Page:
Instructables

How to Listen to Light

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Picture of How to Listen to Light
The human eye cannot discern flicker with a frequency greater than roughly 30 Hz. A light turning on and off faster than this does not appear to be turning on and off. Instead it appears to have a constant intensity to the eye.

Human ears however are much faster, that is, better able to perceive a signal changing quickly in time. The human ear can detect frequencies from roughly 20 Hz to 20 000 Hz, provided those frequencies arrive as sound.

Now suppose there were an easy way to change light of time-varying intensity, into sound of time varying intensity. Then you could "hear" light that was flickering too fast for you to see it.

The humble silicon solar-cell can convert a time-varying light signal into a time-varying electrical signal. This small electrical signal can then be fed to an audio signal amplifier and converted into sound.
 
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Step 1: Parts:

Picture of Parts:
1 audio amplifier (Radio Shack Catalog #:277-1008)
1 1/8-inch (3mm) headphone plug, can be mono or stereo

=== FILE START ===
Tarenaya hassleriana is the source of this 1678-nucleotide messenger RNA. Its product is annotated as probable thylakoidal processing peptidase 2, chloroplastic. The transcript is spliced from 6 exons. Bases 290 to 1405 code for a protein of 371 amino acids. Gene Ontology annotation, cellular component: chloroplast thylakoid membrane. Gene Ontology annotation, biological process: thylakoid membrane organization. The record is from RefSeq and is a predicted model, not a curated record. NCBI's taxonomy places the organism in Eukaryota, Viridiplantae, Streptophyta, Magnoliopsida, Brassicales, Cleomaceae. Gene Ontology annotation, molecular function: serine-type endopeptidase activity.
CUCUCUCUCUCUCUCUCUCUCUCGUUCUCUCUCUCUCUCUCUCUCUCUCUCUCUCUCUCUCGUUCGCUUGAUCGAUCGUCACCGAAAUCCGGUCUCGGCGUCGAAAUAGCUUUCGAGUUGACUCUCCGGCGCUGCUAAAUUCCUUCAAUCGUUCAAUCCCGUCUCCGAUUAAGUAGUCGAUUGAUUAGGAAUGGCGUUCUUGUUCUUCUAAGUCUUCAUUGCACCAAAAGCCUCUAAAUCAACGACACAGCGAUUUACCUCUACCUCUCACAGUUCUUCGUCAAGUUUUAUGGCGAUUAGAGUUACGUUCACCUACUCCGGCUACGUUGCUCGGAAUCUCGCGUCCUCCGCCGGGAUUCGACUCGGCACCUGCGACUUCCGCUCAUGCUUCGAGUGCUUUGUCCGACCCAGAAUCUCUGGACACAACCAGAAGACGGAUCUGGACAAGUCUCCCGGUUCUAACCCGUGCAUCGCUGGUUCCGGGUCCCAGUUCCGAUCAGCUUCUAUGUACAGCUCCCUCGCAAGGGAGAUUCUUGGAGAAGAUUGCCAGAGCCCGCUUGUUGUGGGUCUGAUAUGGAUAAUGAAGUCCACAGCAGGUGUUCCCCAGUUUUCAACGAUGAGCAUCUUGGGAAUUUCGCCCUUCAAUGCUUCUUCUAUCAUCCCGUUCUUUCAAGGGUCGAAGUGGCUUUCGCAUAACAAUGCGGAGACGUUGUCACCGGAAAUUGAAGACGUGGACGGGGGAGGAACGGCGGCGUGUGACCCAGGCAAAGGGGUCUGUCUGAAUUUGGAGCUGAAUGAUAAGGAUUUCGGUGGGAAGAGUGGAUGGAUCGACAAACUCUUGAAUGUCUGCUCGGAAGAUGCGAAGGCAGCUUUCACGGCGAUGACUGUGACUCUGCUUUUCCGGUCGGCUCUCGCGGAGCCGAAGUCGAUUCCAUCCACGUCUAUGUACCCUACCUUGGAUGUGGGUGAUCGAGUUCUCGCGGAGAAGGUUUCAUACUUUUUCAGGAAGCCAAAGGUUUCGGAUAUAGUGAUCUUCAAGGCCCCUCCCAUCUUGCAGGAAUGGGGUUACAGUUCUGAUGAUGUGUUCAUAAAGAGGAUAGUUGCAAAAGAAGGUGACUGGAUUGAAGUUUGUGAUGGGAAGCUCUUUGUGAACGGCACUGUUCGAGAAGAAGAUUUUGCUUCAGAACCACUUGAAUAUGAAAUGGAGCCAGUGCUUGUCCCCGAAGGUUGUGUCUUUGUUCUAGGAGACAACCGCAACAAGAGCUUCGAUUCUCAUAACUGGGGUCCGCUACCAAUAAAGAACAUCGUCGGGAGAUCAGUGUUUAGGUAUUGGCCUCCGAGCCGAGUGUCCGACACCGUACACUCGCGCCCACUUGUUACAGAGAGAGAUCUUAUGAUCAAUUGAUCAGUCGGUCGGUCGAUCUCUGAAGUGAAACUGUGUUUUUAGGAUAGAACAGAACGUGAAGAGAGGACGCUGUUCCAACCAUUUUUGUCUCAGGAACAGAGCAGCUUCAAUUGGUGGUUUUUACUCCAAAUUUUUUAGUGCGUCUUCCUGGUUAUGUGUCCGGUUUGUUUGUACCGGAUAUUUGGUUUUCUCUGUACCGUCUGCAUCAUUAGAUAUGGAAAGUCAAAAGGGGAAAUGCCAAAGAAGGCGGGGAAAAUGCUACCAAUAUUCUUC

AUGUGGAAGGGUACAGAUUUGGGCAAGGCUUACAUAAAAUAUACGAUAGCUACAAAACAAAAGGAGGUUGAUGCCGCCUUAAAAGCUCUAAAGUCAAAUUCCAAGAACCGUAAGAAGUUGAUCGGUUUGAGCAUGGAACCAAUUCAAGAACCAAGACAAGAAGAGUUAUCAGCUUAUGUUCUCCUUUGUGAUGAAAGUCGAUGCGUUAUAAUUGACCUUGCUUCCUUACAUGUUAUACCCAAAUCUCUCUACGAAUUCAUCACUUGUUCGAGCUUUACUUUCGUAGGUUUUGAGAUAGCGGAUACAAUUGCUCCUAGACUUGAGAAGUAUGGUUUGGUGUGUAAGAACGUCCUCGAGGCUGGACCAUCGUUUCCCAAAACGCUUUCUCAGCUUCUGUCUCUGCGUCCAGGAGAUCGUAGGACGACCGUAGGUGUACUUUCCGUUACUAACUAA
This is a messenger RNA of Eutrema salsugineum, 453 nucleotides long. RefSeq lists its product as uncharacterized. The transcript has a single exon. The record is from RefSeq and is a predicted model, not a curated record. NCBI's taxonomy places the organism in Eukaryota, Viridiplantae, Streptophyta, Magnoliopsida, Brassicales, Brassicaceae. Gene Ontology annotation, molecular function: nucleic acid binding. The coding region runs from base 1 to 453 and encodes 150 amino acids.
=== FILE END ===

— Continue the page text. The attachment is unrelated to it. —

1 small Silicon solar cell with approximately 1 cm2 in area
1 1/2-inch PVC pipe cap
some wire, solder, epoxy, black paint, etc.

maker125 years ago
I did this once a IR remoted played part of the twilight zone theme song! it is landing!
Thumbs down, everyone! I don't think they would do this!
(removed by author or community request)
Actually this guy posted his about 3 years prior to your ible'
WHAT DID YOU SAY???

Just Kidding...but mine uses headphone:)-
Dr.Bill2 years ago
Would be Very Interesting to listen to Modulated Laser Light.

Maybe even have 2 way line-of-sight laser communication.
Thanks...I had really wanted to record the sound my light listener made but had no time...
Jack A Lopez (author)  blinkyblinky2 years ago
I'm glad I could help! Thanks for noticing this 'ible.
You're welcome...but...THIS IS EXACTLY MY CONCEPT!!!!
Geoffrito5 years ago
whoa, that's interesting. Who'd have thought that candles secretly play music?
Now people can sell battery powered tea light candles for privacy concerns, to help confuse laser window monitoring bugging equipment!

Although it won't work well against the good optical bugs because a technician will just tune out the frequency of the tone generated tea light music.

Can I get an LED that plays the theme from "Get Smart" please?
Dunt da daaa DA!
Dunt da daaa Duh!
Klaudiuszm3 years ago
I made one of these with a broken solar light. I figured it would have a nice enclosure and well, it was the only panel I had in my house.
Jack A Lopez (author)  Klaudiuszm3 years ago